- Leave the door open for discussion. If your employer has questions about your condition or other information you have shared, make it clear that you may be willing to provide more information. By law, your employer must respect your right to confidentiality.
Many have suggested that it may be best for an employee to wait to disclose until he or she must formally request an accommodation from his or her employer. It may also be possible to request an accommodation without characterizing it as disability-related. Employees should familiarize themselves with their employers’ policies and especially with past practices regarding maternity leave, disability leave, sabbaticals, leave without pay, medical leave, leave for purposes of military service, jury duty, etc. It is very helpful if an employee can make a connection between the accommodation he or she is requesting and an accommodation made for another employee.
Recognizing, and seeking assistance for, a mental health problem within the context of work can be daunting. Well-known entrepreneur and philanthropist J.B. Fuqua9 once expressed his fear that if people knew of his mental illness it might adversely affect his business or personal relationships. Other prominent business leaders, such as CNN’s former Chief Executive Officer (CEO) Tom Johnson, have voiced the same concern.
While the decision to disclose your illness is your decision, don’t let it hold you back from locating the resources to overcome it. You may be able to find assistance through your company’s health plan or Employee Assistance Plan. If your company has neither, contact your local mental health association: http://www.nmha.org/ or your local United Way: http://www.unitedway.org/worldwide/members/locations.cfm?MID=2
For information regarding the current literature related to self-disclosure and findings from a series of key informant interviews, see the SAMHSA CMHS Monograph: Self Disclosure and its Impact on Individuals who Receive Mental Health Services: http://download.ncadi.samhsa.gov/ken/pdf/SMA08-4337/SelfDisclosure_50p.pdf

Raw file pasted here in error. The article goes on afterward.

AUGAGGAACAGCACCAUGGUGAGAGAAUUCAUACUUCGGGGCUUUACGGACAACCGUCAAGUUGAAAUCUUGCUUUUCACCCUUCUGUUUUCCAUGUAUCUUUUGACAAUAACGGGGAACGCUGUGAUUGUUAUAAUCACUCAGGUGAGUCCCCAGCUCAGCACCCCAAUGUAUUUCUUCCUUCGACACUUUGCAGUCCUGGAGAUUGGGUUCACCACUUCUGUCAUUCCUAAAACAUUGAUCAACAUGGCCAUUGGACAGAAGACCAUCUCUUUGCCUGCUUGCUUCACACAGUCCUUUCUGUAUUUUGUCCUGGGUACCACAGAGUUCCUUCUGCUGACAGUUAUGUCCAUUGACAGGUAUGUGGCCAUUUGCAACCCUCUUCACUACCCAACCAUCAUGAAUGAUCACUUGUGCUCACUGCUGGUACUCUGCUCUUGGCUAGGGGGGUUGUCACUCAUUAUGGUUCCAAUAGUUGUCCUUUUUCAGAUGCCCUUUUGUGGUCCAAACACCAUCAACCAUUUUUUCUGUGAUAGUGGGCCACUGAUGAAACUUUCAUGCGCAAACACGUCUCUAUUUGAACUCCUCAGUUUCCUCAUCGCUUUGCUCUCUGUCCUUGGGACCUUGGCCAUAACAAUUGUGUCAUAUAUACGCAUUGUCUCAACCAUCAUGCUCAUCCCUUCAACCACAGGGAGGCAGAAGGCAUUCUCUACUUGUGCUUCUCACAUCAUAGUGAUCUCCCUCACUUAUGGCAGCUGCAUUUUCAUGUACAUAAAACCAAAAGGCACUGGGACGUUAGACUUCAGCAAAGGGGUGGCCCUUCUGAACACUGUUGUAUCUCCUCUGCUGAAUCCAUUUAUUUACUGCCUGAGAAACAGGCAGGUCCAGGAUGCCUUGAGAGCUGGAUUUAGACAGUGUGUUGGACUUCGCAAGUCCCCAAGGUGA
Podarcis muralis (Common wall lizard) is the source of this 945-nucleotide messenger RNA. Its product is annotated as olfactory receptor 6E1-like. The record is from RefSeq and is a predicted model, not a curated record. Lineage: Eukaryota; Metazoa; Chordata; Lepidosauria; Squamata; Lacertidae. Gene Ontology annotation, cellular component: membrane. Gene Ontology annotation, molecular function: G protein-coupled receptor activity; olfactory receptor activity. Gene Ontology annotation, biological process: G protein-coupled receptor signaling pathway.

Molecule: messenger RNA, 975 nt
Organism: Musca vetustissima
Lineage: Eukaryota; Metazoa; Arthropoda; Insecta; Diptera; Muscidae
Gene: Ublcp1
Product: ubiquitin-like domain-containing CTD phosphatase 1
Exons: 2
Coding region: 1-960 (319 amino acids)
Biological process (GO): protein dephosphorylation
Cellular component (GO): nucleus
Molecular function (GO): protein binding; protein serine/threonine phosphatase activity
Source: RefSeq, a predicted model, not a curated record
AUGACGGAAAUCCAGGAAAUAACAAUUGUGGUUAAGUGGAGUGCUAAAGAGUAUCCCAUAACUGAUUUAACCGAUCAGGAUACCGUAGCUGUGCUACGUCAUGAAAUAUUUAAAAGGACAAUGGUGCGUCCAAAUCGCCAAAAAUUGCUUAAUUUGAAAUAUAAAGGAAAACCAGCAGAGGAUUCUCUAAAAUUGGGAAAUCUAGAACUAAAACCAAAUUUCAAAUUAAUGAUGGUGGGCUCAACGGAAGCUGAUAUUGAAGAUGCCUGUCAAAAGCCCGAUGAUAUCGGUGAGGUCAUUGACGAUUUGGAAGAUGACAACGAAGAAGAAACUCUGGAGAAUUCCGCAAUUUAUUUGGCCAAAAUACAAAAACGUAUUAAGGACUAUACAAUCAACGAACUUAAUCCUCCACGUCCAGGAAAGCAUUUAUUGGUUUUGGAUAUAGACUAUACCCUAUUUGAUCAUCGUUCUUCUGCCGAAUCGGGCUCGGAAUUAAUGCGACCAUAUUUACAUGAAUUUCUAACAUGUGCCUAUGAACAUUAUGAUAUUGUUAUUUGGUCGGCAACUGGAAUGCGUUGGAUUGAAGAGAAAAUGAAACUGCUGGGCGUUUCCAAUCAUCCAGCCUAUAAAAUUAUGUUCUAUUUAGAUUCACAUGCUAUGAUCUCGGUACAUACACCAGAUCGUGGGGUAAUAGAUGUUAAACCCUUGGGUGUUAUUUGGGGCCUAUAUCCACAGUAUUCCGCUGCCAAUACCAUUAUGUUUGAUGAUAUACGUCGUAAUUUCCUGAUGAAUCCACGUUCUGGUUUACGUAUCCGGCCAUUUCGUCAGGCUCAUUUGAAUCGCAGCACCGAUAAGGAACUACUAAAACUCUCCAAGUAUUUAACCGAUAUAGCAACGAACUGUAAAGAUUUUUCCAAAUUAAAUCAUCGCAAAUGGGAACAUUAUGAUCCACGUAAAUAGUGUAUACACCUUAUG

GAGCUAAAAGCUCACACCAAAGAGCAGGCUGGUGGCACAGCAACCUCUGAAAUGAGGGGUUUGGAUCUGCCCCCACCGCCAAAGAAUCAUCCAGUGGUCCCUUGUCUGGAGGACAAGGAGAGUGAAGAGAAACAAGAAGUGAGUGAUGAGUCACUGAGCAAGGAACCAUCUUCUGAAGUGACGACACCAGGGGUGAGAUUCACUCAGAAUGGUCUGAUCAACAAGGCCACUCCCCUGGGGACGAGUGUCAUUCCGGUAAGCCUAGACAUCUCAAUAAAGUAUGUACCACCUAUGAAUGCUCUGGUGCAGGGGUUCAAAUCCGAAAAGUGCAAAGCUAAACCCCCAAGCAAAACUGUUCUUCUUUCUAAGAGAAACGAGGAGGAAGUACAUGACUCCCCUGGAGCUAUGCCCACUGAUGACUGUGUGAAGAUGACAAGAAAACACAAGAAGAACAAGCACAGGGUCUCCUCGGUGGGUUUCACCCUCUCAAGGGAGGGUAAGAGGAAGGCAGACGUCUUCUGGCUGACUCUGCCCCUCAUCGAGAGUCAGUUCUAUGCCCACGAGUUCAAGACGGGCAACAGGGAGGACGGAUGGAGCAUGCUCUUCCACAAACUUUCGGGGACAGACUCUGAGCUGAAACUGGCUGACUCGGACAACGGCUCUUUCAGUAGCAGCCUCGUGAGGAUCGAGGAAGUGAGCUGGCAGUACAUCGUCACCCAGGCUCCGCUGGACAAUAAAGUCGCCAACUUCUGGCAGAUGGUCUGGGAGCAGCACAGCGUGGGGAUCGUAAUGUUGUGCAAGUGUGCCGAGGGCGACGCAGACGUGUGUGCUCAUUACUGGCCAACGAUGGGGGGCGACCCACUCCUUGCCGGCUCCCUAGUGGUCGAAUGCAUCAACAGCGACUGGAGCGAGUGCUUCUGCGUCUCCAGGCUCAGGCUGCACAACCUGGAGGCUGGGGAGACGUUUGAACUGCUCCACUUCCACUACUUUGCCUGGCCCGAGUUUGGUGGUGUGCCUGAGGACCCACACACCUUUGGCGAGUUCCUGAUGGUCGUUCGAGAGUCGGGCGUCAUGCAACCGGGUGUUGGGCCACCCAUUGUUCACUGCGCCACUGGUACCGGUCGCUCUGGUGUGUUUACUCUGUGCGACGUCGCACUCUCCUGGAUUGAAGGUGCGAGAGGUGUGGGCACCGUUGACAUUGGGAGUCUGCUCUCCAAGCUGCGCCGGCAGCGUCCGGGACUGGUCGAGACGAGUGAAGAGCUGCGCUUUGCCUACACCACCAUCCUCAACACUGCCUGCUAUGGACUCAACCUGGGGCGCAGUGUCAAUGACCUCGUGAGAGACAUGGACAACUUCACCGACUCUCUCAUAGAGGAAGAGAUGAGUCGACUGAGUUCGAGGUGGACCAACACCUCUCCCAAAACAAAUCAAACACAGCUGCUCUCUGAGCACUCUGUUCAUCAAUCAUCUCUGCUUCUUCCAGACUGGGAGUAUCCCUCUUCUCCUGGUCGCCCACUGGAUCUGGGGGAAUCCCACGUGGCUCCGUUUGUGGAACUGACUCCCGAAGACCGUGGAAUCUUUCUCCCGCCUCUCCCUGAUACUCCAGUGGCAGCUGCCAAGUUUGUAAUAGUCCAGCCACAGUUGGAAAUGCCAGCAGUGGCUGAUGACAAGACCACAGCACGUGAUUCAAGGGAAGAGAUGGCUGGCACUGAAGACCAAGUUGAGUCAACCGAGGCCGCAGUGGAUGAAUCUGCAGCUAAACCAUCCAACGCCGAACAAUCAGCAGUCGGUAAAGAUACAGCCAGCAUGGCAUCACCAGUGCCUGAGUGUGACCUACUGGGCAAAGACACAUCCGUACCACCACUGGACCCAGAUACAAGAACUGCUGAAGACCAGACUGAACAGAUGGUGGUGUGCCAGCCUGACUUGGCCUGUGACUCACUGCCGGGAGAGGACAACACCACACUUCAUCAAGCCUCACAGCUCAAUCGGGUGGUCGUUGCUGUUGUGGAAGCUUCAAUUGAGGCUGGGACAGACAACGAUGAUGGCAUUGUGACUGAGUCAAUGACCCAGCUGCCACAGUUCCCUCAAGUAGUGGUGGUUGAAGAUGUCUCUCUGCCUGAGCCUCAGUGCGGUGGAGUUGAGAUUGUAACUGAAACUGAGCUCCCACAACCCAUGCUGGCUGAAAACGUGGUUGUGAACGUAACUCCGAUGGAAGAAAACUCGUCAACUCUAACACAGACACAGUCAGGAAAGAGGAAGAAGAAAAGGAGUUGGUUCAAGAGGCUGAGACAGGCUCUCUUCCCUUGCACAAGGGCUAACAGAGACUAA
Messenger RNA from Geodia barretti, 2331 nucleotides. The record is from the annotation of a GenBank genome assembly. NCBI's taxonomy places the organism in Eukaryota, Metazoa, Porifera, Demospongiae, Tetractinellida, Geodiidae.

For more information about the Americans with Disabilities Act (ADA), contact:
This fact sheet is intended only as a very brief introduction to this complex subject. Articles, fact sheets, resource organizations, and other materials on this topic are available at Web site http://www.promoteacceptance.samhsa.gov/topic/employment.
For more information about how to address discrimination and stigma, contact the SAMHSA Resource Center to Promote Acceptance, Dignity and Social Inclusion Associated with Mental Health (ADS Center)
http://www.promoteacceptance.samhsa.gov/default.aspx , e-mail firstname.lastname@example.org, or call 800-540-0320, a program of the U.S. Department of Health and Human Services, Substance Abuse and Mental Health Services Administration, Center for Mental Health Services.
1 Mental Illness: A Rising Workplace Cost—One Form, Depression, Takes $70 Billion Toll Annually; Bank One Intervenes Early. Tanouye, E. Wall Street Journal (6/13/01).
2 National Mental Health Association, 2003.)
3 Re-employment: The Road Back to Mental Health. The Center for Reintegration, (n/d). Online. Internet. Available http://www.reintegration.com.
4 Van Dongen, C.J. Quality Of Life And Self Esteem In Working And Non Working Persons With Mental Illness. Community Mental Health Journal, 1996, Dec; 32(6): 535-48
5 National Institutes of Mental Health, 2002.
6 “Mental Health in the Workplace,” International Labour Organization, http://www.ilo.org/public/english/employment/skills/disability/papers/execsumcontents.htm
7 “Mental Health in the Workplace: Tackling the effects of stress,” Mental Health Foundation, UK (1999, 2000), http://www.mentalhealth.org.uk/publications/?EntryId5=38718
8 Mental Health Works. Online. Internet. Available at http://www.mentalhealthworks.ca/employees/faq/question3.asp.
9 Fuqua is founder of Fuqua Industries, a multi-million-dollar Atlanta-based conglomerate with diverse holdings.